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The Ad Block Battle Theater

Written by David Levine, CTO at Adtoniq

A technology white paper for Webmasters and Web developers

Background & History

A technology arms race is developing between two well funded armies: Ad blockers vs. Publishers. Ad blockers should be more accurately thought of as generic “blockers” because they block more than just ads, and they represent a significant and growing subset of Internet users who wish to block most advertising technology in order to improve their online performance, privacy, and end user experience. Publishers wish to freely offer their content in exchange for monetizing that content using advertising as an alternative to paid subscriptions. And herein lies the battlefield.

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Google’s New Chrome Ad Filter – It’s not an ad blocker, but its a step in the right direction

Written by David Levine, CTO at Adtoniq

Google’s new “ad filter” released today and built into the newest version of their Chrome web browser, was designed to reduce the number of people adopting ad blockers, which is having a major impact on their multi-billion dollar ad revenue stream. Google has backed, with muscle, the standard by the Coalition for Better Ads, and in one day has effectively dropped the gauntlet on sites with problematic ads.

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What does #DeleteFacebook have to do with Ad Blocking?

Written by David Levine, CTO at Adtoniq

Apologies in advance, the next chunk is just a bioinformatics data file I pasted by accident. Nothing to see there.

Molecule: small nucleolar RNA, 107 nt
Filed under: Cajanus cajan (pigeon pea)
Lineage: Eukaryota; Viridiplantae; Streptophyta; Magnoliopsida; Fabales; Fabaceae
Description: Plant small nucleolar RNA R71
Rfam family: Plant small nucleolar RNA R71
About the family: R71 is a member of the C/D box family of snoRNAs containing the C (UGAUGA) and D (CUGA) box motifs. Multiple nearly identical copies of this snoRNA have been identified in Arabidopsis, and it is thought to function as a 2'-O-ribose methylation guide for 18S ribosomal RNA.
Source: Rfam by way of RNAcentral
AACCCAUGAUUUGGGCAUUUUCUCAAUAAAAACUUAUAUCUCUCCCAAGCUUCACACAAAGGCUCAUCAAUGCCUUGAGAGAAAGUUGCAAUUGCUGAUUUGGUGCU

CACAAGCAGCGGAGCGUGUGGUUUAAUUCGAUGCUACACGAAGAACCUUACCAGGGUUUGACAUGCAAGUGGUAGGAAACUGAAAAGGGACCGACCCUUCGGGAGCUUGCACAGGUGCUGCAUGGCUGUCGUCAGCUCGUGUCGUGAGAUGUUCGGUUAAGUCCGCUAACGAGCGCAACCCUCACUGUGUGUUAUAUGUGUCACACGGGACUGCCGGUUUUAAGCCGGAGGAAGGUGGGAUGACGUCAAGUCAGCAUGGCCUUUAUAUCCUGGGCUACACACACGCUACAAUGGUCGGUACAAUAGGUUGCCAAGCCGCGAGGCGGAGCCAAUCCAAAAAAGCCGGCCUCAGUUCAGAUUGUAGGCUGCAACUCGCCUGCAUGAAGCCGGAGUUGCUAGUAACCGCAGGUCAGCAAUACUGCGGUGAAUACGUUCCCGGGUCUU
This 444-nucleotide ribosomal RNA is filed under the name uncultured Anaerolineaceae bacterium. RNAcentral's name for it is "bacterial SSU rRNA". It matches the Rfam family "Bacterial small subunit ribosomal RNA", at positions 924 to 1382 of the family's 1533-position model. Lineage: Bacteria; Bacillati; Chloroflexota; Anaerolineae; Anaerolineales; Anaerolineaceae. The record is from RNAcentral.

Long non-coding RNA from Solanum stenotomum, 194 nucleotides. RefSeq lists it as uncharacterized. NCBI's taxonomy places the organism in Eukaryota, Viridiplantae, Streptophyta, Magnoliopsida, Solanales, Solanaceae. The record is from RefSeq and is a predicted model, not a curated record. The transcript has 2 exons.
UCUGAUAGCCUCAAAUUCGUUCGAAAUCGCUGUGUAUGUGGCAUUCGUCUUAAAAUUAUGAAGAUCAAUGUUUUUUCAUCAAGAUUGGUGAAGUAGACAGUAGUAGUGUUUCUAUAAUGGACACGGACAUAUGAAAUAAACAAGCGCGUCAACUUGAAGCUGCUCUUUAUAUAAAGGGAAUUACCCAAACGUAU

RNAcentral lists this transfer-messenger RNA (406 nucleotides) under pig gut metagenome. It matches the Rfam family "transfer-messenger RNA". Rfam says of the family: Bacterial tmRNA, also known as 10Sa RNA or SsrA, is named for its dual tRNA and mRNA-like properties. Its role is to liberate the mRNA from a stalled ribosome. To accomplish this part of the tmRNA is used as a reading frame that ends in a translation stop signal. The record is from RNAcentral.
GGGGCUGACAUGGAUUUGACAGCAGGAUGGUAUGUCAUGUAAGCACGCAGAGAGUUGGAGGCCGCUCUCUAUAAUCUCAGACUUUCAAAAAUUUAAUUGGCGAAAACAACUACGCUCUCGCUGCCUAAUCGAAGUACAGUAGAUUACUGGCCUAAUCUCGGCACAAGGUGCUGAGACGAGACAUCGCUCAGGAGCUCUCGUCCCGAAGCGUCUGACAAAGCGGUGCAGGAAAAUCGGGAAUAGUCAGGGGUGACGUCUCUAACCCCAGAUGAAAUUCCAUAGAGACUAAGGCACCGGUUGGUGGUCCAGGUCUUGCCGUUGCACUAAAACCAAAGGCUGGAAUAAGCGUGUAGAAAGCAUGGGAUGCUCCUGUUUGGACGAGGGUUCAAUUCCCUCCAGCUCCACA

Study after study has shown that US consumers value convenience and personalization over privacy, but we may be at a pivot point. The news about Cambridge Analytica’s access to the personal data of Facebook’s users, and their networks of friends and family, is pushing the focus for a ridiculously huge audience of 2.2 billion monthly active users to think about the real value of their personal data. This is bigger than the Equifax breach in 2017, and that was huge, 145.5 million people affected.

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How Did We Get Here – Overfishing the Sea of Secondary Attention

Written by David Levine, CTO at Adtoniq

This cartoon by Mike Keefe cleverly represents an economic theory named the tragedy of the commons, which was first proposed in an 1833 essay by Victorian economist William Forster Lloyd entitled Two lectures on the checks to population. In his essay, Lloyd described the effects of unregulated grazing on public lands colloquially called “the commons” in the British Isles. The tragedy, according to Lloyd, is that farmers can’t self-regulate their grazing, resulting in overgrazing the land such that this public asset is depleted to the point where everyone loses. This is tragic because it seems preventable, if only… If only what?